In the U.K., the momentum has been sustained over the years since the national database went live in 1995. Initially, only convicted offenders figured in it. Whatever samples were taken of suspects during investigation had to be destroyed following their discharge by either the police or the courts. A new law in 2001 permitted, for the first time, the retention of profiles of offenders of certain crimes.

In 2004, there was a further change in law, which allowed the police to take samples of anyone arrested for a recordable offence and detained in a police station. The Public Order and Criminal Justice Act (Scotland) of 2006 brought in major changes whereby the police could hold on to the DNA profile of a person accused of sexual or violent offences for three years, even if that person was acquitted. This has led to a major debate in the country, invoking privacy and human rights issues.

A few of the affected persons some involved in minor offences have gone to the European Court of Human Rights in Strasbourg, challenging the validity of the Act. These include a 72-year-old former merchant seaman who claims he had been wrongly arrested for criminal damage to an automobile.

Indian Experience

The Indian experience has been mixed. In a few sensational cases, the police, especially the Central Bureau of Investigation, have no doubt resorted to DNA evidence and have also succeeded. The problem is one of expanding laboratory facilities and training forensic personnel in the collection and forwarding of samples without damage to assigned laboratories.

The Centre for Cellular and Molecular Biology (CCMB), Hyderabad, is the principal laboratory that has built a credible record for accuracy and professionalism. The Central Forensic Laboratory (CFL) in Delhi and a few State laboratories are fast catching up. But they have a long way to go. What is more important is the provision of a legal framework to build a national database and administer it in conformity with international standards.

I am happy to have laid my hands on a draft Bill that has been prepared by the Ministry of Science and Technology. When approved by Parliament it will be known as the DNA profiling act. It is an elaborate piece of legislation that contemplates the creation of a DNA profiling board that would draw from various disciplines, including molecular biology, human genetics, bioethics, law and criminal justice.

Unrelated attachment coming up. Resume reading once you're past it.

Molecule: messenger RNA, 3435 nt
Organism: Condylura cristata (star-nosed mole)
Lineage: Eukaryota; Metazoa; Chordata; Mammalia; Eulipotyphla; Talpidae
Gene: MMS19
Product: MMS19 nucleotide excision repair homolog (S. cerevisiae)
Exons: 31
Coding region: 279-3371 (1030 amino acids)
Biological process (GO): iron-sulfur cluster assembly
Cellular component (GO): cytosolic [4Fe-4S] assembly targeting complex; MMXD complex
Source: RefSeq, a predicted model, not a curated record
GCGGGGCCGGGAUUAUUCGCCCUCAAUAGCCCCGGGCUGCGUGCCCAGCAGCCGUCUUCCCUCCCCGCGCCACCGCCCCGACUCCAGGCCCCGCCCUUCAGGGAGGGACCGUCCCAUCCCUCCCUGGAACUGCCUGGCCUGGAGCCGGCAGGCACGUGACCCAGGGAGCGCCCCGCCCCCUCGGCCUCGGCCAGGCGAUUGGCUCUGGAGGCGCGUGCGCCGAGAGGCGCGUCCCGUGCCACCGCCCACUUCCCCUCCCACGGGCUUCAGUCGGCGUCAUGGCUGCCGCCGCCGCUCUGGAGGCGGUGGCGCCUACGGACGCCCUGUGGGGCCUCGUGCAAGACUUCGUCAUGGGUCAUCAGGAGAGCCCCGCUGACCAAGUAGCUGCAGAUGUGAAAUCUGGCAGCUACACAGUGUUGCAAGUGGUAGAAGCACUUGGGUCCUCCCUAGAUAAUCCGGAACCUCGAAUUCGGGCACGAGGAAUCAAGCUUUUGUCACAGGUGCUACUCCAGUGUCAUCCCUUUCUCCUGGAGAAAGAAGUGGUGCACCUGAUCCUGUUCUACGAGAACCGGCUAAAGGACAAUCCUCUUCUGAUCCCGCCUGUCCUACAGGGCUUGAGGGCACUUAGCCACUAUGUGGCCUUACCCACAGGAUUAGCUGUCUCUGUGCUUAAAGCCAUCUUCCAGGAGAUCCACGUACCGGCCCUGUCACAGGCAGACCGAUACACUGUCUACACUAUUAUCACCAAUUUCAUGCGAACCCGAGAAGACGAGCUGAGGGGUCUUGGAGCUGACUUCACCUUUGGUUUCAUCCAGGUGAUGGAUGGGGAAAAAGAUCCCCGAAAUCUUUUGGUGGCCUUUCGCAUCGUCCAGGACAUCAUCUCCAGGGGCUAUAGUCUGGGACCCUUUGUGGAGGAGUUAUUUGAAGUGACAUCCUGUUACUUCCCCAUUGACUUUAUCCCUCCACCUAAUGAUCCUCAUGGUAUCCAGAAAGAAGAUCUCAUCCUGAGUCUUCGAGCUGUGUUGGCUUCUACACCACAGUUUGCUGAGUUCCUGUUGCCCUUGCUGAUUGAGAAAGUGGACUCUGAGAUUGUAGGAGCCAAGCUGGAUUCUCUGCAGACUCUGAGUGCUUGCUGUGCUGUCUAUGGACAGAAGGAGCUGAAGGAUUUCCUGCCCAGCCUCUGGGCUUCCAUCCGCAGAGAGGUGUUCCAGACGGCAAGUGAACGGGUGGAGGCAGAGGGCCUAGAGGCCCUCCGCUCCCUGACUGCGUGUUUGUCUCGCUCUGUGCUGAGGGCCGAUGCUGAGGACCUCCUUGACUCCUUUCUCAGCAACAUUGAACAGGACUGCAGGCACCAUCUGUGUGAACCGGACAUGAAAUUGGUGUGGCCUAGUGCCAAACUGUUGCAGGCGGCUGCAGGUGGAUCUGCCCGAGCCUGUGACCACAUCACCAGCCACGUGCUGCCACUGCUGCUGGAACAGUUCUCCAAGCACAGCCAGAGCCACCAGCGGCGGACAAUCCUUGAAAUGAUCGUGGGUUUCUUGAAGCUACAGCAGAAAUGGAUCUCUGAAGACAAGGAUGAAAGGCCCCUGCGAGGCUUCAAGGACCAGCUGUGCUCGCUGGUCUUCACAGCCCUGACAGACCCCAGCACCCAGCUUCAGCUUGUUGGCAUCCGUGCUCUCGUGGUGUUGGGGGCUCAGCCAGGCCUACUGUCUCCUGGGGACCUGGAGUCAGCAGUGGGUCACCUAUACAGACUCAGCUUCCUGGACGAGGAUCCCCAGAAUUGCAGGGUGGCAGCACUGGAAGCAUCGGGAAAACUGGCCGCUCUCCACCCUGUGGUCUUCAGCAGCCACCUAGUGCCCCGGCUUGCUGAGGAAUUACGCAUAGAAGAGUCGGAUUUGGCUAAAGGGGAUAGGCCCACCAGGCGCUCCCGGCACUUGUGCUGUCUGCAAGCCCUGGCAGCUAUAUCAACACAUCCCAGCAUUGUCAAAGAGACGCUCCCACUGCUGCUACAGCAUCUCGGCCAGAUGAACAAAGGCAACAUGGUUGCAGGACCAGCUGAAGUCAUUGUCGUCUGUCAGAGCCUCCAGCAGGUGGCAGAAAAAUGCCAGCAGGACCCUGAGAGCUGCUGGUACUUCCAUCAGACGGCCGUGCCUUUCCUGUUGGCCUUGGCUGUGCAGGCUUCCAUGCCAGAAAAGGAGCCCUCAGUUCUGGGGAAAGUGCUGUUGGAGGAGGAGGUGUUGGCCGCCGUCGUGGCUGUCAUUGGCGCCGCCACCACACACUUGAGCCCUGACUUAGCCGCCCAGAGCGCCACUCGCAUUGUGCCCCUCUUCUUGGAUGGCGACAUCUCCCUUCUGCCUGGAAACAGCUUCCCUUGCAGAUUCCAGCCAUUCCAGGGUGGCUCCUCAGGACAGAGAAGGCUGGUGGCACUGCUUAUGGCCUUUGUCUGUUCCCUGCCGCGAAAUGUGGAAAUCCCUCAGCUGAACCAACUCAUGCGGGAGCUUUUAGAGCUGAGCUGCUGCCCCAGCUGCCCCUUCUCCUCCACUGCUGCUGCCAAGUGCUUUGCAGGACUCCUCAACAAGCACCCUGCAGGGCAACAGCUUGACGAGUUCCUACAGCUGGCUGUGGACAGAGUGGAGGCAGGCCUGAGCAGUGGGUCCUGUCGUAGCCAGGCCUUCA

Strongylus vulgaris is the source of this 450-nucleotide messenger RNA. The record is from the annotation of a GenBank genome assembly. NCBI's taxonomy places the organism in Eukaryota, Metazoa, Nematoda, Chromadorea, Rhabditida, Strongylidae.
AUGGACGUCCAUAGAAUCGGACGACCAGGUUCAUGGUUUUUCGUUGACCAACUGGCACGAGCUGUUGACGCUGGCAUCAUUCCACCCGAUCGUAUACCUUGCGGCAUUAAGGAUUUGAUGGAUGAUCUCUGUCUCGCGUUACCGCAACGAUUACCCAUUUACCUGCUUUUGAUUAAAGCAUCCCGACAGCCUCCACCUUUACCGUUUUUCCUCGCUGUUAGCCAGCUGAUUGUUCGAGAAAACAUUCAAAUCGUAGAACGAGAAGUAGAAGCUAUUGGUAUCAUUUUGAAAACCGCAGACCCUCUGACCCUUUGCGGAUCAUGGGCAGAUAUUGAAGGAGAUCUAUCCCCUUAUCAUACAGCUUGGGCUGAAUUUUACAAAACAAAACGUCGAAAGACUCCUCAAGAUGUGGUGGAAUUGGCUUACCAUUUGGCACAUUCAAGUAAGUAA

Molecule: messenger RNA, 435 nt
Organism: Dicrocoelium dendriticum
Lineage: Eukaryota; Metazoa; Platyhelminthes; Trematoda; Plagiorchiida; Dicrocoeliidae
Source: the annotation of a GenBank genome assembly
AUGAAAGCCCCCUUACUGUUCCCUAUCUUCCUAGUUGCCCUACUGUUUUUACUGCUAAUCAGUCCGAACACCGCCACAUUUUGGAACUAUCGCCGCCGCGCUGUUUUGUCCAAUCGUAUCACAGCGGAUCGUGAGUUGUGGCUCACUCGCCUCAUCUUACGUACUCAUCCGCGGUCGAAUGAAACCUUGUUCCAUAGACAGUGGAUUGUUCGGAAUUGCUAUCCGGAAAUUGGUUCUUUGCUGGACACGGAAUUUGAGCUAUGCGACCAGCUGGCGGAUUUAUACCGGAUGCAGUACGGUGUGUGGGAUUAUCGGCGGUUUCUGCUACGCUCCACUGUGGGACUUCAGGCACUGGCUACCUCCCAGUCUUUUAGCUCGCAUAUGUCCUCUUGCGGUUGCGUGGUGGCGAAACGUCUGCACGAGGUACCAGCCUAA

Headed by a renowned molecular biologist, the board would make recommendations in the areas of maximising the use of DNA techniques and technologies in the administration of justice, as also identifying scientific advances to assist law enforcement agencies. In addition to advising all concerned on how to establish and manage DNA laboratories, the board would lay down standards and procedures for the creation of databases and for their functioning.

Advice to all agencies on ethical and human rights issues surrounding DNA profiling would also be part of the boards charter. It will be a powerful body in the sense that without its written approval no laboratory in the country would undertake any DNA procedure. Most significantly, Chapter VII of the Bill deals extensively with a national data bank and State data banks. I am impressed with the provision for a post-conviction DNA testing at the request of an individual undergoing a sentence of imprisonment or facing the death penalty. Chapter IX lists offences and penalties involved in unauthorised access or disclosure or use of DNA database and forensic material. A term of imprisonment, or fine, or both, will be the penalties.

In my view, the DNA Profiling Act, when it comes into force, will be a major move forward in bringing India on a par with countries that have used DNA testing with astounding results. We just cannot lag behind. The Act will bring a greater sense of responsibility to investigators, besides giving them a powerful tool for cracking difficult crime. A greater faith in scientific investigation and disdain for the use of the third degree will be incidental benefits.